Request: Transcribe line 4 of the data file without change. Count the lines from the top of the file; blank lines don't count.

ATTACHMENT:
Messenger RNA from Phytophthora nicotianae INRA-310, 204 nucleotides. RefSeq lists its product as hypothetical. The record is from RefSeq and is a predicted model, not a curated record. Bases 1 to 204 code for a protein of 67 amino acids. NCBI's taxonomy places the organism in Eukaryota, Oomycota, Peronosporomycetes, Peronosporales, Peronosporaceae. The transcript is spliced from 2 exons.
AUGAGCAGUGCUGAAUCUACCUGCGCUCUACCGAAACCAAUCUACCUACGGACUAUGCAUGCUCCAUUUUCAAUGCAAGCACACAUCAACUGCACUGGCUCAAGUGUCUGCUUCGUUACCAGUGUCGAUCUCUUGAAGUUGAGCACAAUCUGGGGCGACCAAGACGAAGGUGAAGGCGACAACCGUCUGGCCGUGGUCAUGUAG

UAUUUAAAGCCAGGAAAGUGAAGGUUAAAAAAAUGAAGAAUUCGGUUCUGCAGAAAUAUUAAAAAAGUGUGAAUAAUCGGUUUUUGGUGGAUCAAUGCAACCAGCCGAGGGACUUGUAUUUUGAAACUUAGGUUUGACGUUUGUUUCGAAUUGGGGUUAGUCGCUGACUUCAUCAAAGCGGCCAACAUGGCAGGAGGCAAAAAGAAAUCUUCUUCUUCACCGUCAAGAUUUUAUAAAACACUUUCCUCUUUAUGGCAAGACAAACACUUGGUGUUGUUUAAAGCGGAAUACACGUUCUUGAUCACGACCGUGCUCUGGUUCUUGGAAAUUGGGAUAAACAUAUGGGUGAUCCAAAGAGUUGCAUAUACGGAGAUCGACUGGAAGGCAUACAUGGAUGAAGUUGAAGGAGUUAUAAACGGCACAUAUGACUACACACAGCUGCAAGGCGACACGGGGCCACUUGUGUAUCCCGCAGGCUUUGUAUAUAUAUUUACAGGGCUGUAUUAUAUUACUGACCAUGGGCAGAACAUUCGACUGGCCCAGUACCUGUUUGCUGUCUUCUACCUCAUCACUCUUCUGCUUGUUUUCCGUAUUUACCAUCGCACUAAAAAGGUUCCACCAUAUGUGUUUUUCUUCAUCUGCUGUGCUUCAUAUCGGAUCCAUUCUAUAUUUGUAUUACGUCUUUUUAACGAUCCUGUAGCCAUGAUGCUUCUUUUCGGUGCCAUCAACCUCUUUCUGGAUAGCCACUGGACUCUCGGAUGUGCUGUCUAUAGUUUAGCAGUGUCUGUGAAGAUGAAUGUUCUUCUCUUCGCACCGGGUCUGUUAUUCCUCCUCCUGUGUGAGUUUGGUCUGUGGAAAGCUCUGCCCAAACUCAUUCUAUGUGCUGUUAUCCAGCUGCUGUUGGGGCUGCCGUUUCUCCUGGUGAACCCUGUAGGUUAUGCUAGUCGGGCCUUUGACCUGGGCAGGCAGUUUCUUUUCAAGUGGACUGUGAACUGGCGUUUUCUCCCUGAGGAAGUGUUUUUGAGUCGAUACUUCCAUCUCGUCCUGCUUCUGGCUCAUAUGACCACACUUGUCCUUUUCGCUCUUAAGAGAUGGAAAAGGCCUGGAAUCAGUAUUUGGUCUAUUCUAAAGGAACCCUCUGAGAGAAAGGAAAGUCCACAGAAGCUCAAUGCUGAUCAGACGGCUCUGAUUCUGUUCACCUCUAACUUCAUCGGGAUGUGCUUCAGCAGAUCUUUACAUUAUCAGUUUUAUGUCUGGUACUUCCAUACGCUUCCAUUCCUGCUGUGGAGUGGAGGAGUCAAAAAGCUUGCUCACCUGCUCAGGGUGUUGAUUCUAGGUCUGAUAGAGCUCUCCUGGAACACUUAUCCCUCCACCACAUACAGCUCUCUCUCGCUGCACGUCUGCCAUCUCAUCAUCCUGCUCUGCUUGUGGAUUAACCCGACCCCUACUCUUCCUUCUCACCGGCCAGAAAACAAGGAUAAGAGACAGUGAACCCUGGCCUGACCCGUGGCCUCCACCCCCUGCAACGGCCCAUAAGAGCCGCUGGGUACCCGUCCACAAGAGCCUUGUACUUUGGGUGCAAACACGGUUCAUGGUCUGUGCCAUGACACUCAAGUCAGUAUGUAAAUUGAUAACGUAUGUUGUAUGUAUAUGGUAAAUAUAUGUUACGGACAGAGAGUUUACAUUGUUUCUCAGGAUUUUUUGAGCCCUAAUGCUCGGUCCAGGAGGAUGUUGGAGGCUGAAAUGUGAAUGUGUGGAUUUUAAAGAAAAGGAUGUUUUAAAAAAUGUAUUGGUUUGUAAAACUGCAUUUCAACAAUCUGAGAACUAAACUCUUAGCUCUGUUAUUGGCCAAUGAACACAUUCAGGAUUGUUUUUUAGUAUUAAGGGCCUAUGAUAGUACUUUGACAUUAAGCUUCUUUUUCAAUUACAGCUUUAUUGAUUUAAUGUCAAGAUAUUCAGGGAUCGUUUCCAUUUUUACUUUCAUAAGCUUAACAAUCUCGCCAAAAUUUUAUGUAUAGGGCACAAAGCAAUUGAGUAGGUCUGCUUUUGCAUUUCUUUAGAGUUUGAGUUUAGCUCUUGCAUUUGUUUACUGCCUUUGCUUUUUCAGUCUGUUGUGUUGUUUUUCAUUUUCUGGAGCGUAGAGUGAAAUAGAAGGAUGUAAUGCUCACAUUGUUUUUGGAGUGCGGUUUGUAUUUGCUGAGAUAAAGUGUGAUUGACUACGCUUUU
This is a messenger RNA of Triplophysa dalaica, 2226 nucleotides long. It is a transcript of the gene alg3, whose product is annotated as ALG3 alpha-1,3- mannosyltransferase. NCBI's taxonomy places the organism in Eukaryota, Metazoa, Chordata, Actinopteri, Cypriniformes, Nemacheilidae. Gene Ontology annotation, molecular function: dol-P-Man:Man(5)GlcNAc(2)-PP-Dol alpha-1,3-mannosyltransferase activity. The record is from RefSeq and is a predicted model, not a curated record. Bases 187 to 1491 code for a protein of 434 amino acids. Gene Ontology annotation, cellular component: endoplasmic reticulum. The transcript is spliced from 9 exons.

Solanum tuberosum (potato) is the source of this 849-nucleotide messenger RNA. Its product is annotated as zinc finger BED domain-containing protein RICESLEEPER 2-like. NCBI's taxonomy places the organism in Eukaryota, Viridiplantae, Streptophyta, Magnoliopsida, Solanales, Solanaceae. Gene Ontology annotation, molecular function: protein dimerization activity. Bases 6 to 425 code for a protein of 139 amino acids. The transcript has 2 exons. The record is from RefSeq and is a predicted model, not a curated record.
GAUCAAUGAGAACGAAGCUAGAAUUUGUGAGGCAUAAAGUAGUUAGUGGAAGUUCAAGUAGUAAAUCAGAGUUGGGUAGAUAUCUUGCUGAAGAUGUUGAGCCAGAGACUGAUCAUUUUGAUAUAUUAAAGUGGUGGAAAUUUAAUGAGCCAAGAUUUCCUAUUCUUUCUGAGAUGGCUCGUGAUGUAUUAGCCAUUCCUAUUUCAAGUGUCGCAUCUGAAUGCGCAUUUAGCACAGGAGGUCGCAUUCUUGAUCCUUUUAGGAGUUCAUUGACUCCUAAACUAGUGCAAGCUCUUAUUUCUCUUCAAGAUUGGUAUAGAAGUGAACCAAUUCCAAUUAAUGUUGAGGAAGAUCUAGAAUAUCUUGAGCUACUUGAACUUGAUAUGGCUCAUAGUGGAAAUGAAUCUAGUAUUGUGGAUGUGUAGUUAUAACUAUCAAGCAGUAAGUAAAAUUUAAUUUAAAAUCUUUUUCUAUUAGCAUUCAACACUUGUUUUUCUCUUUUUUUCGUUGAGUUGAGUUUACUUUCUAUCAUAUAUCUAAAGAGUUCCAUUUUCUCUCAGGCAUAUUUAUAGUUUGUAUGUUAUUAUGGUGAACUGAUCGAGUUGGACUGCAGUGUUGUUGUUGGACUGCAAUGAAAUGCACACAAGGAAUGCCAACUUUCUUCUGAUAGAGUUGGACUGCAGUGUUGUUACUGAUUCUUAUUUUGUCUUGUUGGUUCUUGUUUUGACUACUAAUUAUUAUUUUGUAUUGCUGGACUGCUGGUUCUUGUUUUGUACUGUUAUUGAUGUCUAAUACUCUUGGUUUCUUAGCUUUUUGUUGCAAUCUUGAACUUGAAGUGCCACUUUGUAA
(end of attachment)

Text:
This is a messenger RNA of Triplophysa dalaica, 2226 nucleotides long. It is a transcript of the gene alg3, whose product is annotated as ALG3 alpha-1,3- mannosyltransferase. NCBI's taxonomy places the organism in Eukaryota, Metazoa, Chordata, Actinopteri, Cypriniformes, Nemacheilidae. Gene Ontology annotation, molecular function: dol-P-Man:Man(5)GlcNAc(2)-PP-Dol alpha-1,3-mannosyltransferase activity. The record is from RefSeq and is a predicted model, not a curated record. Bases 187 to 1491 code for a protein of 434 amino acids. Gene Ontology annotation, cellular component: endoplasmic reticulum. The transcript is spliced from 9 exons.